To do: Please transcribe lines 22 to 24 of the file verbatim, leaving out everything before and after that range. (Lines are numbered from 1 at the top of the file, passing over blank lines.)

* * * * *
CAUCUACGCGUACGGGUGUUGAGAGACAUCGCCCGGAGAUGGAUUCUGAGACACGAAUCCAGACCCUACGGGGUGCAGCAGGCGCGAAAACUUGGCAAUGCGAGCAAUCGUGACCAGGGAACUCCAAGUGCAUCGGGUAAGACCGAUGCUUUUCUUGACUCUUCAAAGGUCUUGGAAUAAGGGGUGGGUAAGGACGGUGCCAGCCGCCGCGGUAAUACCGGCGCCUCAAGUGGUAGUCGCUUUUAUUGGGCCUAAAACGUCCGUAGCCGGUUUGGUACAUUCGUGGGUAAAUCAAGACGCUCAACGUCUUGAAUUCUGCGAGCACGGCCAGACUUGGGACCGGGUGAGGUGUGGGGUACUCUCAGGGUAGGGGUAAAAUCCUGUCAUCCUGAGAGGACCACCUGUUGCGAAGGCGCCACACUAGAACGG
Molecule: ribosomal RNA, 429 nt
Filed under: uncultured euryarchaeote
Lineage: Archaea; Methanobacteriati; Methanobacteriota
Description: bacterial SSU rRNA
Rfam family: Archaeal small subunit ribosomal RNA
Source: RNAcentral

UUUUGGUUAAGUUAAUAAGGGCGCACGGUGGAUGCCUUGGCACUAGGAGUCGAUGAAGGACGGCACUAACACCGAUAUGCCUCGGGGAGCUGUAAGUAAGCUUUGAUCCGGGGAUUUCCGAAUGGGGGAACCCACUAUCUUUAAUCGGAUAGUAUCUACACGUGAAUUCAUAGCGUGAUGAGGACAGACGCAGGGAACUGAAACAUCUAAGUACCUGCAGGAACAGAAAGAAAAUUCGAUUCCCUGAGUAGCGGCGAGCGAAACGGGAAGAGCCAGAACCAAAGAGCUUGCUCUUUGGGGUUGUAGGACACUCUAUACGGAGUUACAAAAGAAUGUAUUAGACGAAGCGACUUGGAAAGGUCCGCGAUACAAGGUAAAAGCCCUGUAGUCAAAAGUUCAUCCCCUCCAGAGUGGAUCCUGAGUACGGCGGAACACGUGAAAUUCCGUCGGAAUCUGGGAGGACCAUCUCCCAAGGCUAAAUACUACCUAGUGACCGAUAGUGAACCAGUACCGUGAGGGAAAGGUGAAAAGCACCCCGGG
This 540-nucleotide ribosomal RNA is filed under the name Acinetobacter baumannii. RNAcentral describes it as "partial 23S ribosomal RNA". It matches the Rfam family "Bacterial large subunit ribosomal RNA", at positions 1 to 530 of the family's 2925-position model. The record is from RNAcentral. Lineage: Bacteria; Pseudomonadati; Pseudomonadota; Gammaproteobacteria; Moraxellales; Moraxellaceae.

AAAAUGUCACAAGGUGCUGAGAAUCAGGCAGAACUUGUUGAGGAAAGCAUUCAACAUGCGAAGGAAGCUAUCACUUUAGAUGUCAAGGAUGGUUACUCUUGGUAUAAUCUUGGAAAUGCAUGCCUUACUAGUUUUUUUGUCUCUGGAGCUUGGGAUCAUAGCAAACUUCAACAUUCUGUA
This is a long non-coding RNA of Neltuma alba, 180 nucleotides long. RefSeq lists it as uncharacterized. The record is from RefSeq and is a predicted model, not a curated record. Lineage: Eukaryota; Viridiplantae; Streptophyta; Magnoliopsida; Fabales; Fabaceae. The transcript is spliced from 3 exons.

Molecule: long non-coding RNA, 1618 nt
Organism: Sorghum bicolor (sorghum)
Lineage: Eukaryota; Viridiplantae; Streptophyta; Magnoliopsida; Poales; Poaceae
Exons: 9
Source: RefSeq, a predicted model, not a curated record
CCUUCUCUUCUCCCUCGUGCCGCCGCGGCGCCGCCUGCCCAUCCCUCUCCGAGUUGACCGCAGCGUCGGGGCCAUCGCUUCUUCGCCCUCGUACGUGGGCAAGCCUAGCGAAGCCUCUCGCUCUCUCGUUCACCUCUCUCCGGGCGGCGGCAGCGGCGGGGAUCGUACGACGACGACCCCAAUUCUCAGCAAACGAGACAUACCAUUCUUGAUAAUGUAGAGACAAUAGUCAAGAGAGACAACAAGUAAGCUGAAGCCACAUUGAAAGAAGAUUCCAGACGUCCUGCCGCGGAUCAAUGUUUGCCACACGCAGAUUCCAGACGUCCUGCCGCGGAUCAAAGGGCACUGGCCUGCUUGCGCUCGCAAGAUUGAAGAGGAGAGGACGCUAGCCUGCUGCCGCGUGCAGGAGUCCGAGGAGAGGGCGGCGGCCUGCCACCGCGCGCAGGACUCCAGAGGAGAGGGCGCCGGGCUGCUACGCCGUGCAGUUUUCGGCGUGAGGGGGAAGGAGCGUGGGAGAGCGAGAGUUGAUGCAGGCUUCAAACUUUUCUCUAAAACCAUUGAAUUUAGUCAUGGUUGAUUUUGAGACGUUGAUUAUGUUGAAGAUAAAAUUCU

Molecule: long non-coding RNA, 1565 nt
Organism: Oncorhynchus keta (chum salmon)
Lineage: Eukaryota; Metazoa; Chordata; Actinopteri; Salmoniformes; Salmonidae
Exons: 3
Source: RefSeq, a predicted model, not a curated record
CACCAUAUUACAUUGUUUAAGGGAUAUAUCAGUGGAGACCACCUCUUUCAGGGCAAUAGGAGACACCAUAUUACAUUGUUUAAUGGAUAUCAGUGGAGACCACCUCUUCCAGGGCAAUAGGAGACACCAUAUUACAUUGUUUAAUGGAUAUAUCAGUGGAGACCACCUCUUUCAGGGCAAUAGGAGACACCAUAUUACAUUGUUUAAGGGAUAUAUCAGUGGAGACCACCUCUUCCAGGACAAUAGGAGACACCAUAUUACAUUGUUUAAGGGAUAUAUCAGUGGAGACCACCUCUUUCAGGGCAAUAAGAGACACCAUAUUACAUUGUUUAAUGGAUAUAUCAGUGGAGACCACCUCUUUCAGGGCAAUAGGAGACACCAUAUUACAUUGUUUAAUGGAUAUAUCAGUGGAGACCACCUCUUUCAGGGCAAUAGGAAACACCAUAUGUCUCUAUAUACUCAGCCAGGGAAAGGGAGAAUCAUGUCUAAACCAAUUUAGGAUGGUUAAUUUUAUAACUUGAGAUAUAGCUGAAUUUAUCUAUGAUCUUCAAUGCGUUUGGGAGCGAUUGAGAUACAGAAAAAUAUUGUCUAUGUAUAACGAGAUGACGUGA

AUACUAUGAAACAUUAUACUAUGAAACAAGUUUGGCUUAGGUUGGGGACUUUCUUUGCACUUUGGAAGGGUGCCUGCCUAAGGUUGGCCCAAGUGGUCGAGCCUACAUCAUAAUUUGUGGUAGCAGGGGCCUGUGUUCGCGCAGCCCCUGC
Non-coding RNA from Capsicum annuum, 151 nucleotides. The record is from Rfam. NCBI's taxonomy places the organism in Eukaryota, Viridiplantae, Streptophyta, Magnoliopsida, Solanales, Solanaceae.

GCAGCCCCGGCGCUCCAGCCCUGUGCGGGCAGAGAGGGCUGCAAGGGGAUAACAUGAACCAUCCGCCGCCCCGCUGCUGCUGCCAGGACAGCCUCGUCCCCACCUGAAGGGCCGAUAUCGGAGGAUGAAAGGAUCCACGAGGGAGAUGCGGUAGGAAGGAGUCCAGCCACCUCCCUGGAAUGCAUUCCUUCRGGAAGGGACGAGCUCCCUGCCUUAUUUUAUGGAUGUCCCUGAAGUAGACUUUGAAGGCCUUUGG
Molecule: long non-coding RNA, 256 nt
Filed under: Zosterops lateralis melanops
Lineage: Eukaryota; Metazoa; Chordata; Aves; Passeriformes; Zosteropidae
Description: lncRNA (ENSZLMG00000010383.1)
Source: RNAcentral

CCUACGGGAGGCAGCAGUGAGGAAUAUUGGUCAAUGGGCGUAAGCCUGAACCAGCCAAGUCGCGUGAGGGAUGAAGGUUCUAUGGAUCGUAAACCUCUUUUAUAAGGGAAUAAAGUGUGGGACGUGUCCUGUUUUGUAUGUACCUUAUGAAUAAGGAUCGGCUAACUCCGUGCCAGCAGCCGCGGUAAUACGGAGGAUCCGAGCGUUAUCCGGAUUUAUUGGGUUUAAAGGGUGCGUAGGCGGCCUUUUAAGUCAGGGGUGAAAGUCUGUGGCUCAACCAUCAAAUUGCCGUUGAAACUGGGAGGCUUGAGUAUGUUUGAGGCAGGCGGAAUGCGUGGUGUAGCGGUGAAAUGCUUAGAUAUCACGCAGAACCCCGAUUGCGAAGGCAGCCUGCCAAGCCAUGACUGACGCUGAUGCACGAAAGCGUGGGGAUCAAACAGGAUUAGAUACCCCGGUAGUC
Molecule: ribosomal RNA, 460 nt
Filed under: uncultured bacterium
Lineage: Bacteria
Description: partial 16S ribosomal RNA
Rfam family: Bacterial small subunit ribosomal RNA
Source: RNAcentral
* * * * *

Source: RefSeq, a predicted model, not a curated record
CACCAUAUUACAUUGUUUAAGGGAUAUAUCAGUGGAGACCACCUCUUUCAGGGCAAUAGGAGACACCAUAUUACAUUGUUUAAUGGAUAUCAGUGGAGACCACCUCUUCCAGGGCAAUAGGAGACACCAUAUUACAUUGUUUAAUGGAUAUAUCAGUGGAGACCACCUCUUUCAGGGCAAUAGGAGACACCAUAUUACAUUGUUUAAGGGAUAUAUCAGUGGAGACCACCUCUUCCAGGACAAUAGGAGACACCAUAUUACAUUGUUUAAGGGAUAUAUCAGUGGAGACCACCUCUUUCAGGGCAAUAAGAGACACCAUAUUACAUUGUUUAAUGGAUAUAUCAGUGGAGACCACCUCUUUCAGGGCAAUAGGAGACACCAUAUUACAUUGUUUAAUGGAUAUAUCAGUGGAGACCACCUCUUUCAGGGCAAUAGGAAACACCAUAUGUCUCUAUAUACUCAGCCAGGGAAAGGGAGAAUCAUGUCUAAACCAAUUUAGGAUGGUUAAUUUUAUAACUUGAGAUAUAGCUGAAUUUAUCUAUGAUCUUCAAUGCGUUUGGGAGCGAUUGAGAUACAGAAAAAUAUUGUCUAUGUAUAACGAGAUGACGUGA

AUACUAUGAAACAUUAUACUAUGAAACAAGUUUGGCUUAGGUUGGGGACUUUCUUUGCACUUUGGAAGGGUGCCUGCCUAAGGUUGGCCCAAGUGGUCGAGCCUACAUCAUAAUUUGUGGUAGCAGGGGCCUGUGUUCGCGCAGCCCCUGC